The Democrats could also add left-leaning precincts around Annapolis and in Howard County but would it be enough? If they added in Southern Maryland, as it was in the 1970s and 1980s, it’s not clear that the district would be much bluer.
Complicating the issue is the effect of altering the first district on other nearby districts. While Harris is protected by keeping Republicans in his district, Democratic incumbents in the second, third, seventh and eighth districts are protected by keeping Republicans out. What will they say if they are told to swap their blue precincts with Harris’s red precincts? I might speculate but this blog prohibits profanity!
Getting rid of Harris will require a historically great opponent, an investment of huge financial resources and redistricting changes that will generate resistance with no guarantee of success. Additionally, the Democrats could get lucky if a primary challenge from a credible candidate like Harford County Executive Barry Glassman drains some of Harris’s war chest. Nothing is impossible in politics. But this is a BIG mountain to climb. Let’s see just how badly the Democrats want Harris out of Congress.
As you know, the events of January 6th made me consider a challenge to Congressman Andy Harris for his role in the treasonous insurrection against our government. Rather than try to unify our nation after such an attack, he stoked the division by attempting to pick a fist fight with a colleague on the House floor later that night. Days later, he was cavalier about skipping the second Trump impeachment vote entirely. Then Harris announced he was breaking his promise on self-imposed term limits. Adding to his January resume of conduct unbecoming, he attempted yesterday to bring a gun on to the floor of the House of Representatives, where wounds are still raw from the violent siege we all witnessed in those hallowed halls. My community deserves better representation.
This behavior has stirred something deep within me. Yesterday’s episode was a tipping point, pushing me to think even harder about a run. I’ll have more to say in the coming days.
If this possibility excites you, please comment and make encouragements with that energy of love and joy in your heart. Make your action be about the positive we can do together. We can unseat Harris and bring dignified leadership to Maryland’s 1st District without serving our darker impulses to call names at his behavior. As Amanda Gorman so beautifully summoned us this week: See the light. Be the light. Brave must we be.
Former District 20 Delegate Heather Mizeur, who once represented Silver Spring and Takoma Park but now lives on the Eastern Shore, has told District 1 Congressman Andy Harris to resign or face a possible challenge. Mizeur wrote on Twitter, “You must resign immediately – or I will consider retiring you myself in 2022.”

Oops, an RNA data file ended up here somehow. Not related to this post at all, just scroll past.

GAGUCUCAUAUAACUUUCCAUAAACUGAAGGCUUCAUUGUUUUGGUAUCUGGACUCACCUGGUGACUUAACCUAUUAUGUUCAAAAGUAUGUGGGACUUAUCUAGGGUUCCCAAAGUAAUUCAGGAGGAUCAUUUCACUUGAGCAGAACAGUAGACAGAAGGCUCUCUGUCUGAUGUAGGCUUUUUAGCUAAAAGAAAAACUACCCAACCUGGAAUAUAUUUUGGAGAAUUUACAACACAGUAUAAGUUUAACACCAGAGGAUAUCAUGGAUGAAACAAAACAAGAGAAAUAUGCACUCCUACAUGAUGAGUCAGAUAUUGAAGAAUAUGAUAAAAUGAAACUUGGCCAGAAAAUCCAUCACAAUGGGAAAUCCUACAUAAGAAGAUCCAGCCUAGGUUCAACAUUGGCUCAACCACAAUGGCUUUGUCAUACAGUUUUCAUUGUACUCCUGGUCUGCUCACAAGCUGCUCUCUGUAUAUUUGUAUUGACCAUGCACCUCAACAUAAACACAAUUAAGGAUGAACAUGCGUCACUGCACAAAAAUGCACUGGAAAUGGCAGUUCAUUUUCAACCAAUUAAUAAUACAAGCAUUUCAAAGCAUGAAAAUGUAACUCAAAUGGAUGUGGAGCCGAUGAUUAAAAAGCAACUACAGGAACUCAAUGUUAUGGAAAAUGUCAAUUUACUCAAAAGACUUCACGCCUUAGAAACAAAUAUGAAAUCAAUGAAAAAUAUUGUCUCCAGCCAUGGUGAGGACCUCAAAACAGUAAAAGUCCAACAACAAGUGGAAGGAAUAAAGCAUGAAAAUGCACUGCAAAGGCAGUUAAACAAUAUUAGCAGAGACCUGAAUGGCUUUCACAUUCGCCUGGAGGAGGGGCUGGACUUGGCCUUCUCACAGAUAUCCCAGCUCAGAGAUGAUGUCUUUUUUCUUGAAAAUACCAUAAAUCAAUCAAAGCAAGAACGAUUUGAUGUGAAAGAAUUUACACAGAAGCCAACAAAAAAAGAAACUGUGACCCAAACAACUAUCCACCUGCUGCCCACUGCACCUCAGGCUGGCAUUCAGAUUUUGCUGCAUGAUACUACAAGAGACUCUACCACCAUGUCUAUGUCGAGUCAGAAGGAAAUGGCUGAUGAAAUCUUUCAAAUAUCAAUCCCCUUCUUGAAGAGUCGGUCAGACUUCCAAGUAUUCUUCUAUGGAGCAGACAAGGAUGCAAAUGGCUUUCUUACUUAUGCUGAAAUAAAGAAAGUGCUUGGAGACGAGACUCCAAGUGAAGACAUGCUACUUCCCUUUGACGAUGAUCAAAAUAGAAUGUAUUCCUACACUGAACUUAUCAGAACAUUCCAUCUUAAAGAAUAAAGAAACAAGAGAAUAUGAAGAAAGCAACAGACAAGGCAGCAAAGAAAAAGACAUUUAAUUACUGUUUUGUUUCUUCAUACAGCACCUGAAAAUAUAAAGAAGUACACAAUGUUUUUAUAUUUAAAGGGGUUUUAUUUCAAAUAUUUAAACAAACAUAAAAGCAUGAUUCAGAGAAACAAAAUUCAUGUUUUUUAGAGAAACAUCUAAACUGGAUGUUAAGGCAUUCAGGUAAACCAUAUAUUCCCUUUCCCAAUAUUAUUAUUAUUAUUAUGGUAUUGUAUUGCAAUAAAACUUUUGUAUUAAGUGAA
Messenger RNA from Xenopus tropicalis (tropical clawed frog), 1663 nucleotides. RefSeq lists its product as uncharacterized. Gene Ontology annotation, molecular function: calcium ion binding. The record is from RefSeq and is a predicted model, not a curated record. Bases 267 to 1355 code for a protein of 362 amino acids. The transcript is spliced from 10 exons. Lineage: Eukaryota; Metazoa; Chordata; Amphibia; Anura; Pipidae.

Eighth Congressional District Democratic Nominee Jamie Raskin will presumably vacate his State Senate seat some time after the November elections. A number of people’s names are already being bandied about to fill the seat, including Heather Mizeur who represented D20 in the House of Delegates until 2015 but now lives on the Eastern Shore.
Good news for Mizeur and any other potential Senate aspirants. There is still time to establish residency in D20 because Article III, Section 9 of Maryland’s Constitution requires that legislators live in a district for only six months in advance of the election. May 9th is six months before the day after Election Day.
Sen. Raskin could wait until being sworn into Congress to resign his seat, which would delay the appointment process. As the General Assembly session begins in January, I imagine he would want to start the ball rolling earlier, so that someone could be in the seat from the beginning of the session.
Of course, all of the above also applies to District 40, which can expect with equal certainty that now Sen. Catherine Pugh will become Mayor of the City of Baltimore after the general election. So watch for any moving trucks in these districts!
EMILY’s List announced its support in the upcoming senatorial race for Rep. Donna Edwards. Great news for her campaign as she’ll need all the money that they can raise and more. Beyond the fundraising, it also gives her the imprimatur of a major endorser. An important day for the Edwards campaign.
Bad news for other women who had been musing about the race, specifically Baltimore Mayor Stephanie Rawlings-Blake and former Del. Heather Mizeur. Rawlings-Blake already has a challenging day job and it is unclear how serious she is about running for Senate.
This is now the second time that EMILY’s List has taken a pass on Mizeur who has been promoting her candidacy with donors as well as through her expansive social network. Of course, Mizeur could turn to an open congressional race where she could be a very competitive candidate–and might gain EMILY’s List support.